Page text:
A Chicago-based company is seeking to construct a large solar farm in Sullivan County.

Fairbanks Solar Energy Center LLC, a wholly owned subsidiary of Chicago-based Invenergy Solar Development North America LLC in July filed a petition with the Indiana Utility Regulatory Commission saying it intends to build, own and operate a solar facility that will generate about 250 megawatts of alternating current electricity.

The proposed solar farm would contain 579,652 solar panels on about 1,800 acres near Fairbanks, according to its filing with the IURC.

“Transmission and substation facilities are planned to be situated in Sullivan County,” the filing states.

The company seeks to have the IURC decline any jurisdiction to regulate the solar farm as it intends to sell power as an exempt wholesale generator. Selling to the wholesale power market means it will not recover costs from Indiana ratepayers through a base rate, rate of return or other comparable method associated with a retail public utility.

“The company is seeking the IURC’s approval to build and operate the facility, but the company does not plan to operate this to sell power directly to retail electricity customers,” said Anthony Swinger, spokesman for the Indiana Utility Consumer Counselor.

“It is seeking to sell power strictly on the wholesale market,” Swinger said. “If this were being built by a regulated Indiana utility for purpose of selling the power directly to its retail customers, then obviously that is something the IURC would closely regulate, as all of the construction costs, operating cost and maintenance costs would be recoverable through that utility’s rates.

“But, here, this is a project that would not directly affect electric rates for customers. It will sell the power into the wholesale market, which is overseen by the Federal Energy Regulatory Commission,” Swinger said.

“State law spells out several factors that need to be there for this to be approved and our review shows that factors have been met and we are recommending approval,” Swinger said.

In a Sept. 4 hearing in Indianapolis, the Indiana Office of Utility Consumer Counselor did not oppose declining state jurisdiction, stating the company will fall “under the regulation of other state and federal regulatory bodies that will protect the public interest regarding the project’s future operation and wholesale energy transactions.

“Further regulation by the Commission would duplicate other regulatory bodies, could impede Fairbanks Solar’s ability to compete with other wholesale solar providers and would be unnecessary use of the Commission’s resources.”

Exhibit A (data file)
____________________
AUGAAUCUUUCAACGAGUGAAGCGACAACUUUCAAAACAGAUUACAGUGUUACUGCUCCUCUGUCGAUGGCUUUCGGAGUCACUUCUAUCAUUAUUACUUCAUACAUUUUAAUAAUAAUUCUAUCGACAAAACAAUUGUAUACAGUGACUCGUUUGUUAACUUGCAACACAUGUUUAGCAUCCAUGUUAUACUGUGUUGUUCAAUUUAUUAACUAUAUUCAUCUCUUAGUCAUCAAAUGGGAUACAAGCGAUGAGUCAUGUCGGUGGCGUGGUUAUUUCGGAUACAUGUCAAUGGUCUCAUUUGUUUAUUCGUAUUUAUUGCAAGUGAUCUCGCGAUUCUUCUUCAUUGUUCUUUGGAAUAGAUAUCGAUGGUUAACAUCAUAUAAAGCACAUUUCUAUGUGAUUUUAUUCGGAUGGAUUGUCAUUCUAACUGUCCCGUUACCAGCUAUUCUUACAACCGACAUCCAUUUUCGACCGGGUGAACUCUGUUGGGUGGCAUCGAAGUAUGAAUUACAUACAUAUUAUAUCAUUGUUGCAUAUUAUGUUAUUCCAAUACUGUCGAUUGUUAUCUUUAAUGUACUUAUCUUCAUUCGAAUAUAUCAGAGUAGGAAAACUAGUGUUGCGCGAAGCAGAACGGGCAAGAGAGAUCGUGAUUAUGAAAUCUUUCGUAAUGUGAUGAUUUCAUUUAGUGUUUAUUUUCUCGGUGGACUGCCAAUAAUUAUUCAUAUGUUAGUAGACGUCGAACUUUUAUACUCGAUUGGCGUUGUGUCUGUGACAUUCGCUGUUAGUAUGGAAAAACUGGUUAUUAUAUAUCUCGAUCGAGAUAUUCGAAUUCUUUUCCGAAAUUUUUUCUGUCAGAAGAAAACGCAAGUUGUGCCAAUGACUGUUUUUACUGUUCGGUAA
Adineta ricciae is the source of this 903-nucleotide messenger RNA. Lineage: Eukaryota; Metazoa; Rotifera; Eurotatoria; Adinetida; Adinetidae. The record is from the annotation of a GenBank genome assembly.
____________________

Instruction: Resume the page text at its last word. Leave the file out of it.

The other regulatory agencies include the Federal Energy Regulatory Commission, U.S. Army Corps of Engineers, U.S. Fish and Wildlife Service, the Mid-Continental Independent System Operator, the Indiana Department of Environmental Management, Indiana Department of Natural Resources, and the Indiana Department of Transportation.

Declining IURC jurisdiction is not new, Swinger said, as the IURC has done that in many other electric generating projects, largely for wind farm projects, such as Benton County Wind Farm, Hoosier Wind Project, Wildcat Wind Farm and Headwaters Wind Farm, all of which are overseen by the Federal Energy Regulatory Commission.

If Fairbanks Solar were to enter into a purchase power agreement with an Indiana utility to sell power to that utility, that would separately require an IURC review and approval, Swinger said. “A good example is NIPSCO recently received approval for three purchase power agreements to buy power from wind farms to sell to its customers,” Swinger said.

An email seeking comment Thursday was sent to Invenergy Solar’s communications director.

A evidentiary hearing is set for Oct. 1 on the Fairbanks Solar project. However, since the IURC is recommending approval, the hearing will likely be for a settlement agreement. That is also the same hearing date for Lone Oak Solar Energy, another Invenergy Solar project being sought in Madison County. There Invenergy Solar seeks to develop a 120 megawatt solar farm.

Sullivan County already has a solar farm.

In 2015, Sullivan Solar LLC, a subsidiary of Cypress Creek Renewables, began efforts to construct a 7 megawatt solar farm. Cypress Creek also has solar farms in Vigo and Clay counties.

Sullivan Solar was awarded a 10-year tax abatement in 2015 by the Sullivan County Council.

However, in June, the Sullivan County Council voted to rescind the tax abatement for Sullivan Solar, claiming a breach of a memorandum of understanding involving worker wages during construction.

In July, Sullivan Solar LLC filed a complaint against the Sullivan County Council in Sullivan Circuit Court claiming the county breached its agreement.

The litigation has been moved to Clay County Circuit Court. Attorney Terry R. Modesitt, who also serves as part-time Vigo County prosecutor, is representing Sullivan County.

Reporter Howard Greninger can be reached 812-231-4204 or howard.greninger@tribstar.com. Follow on Twitter@TribStarHoward.

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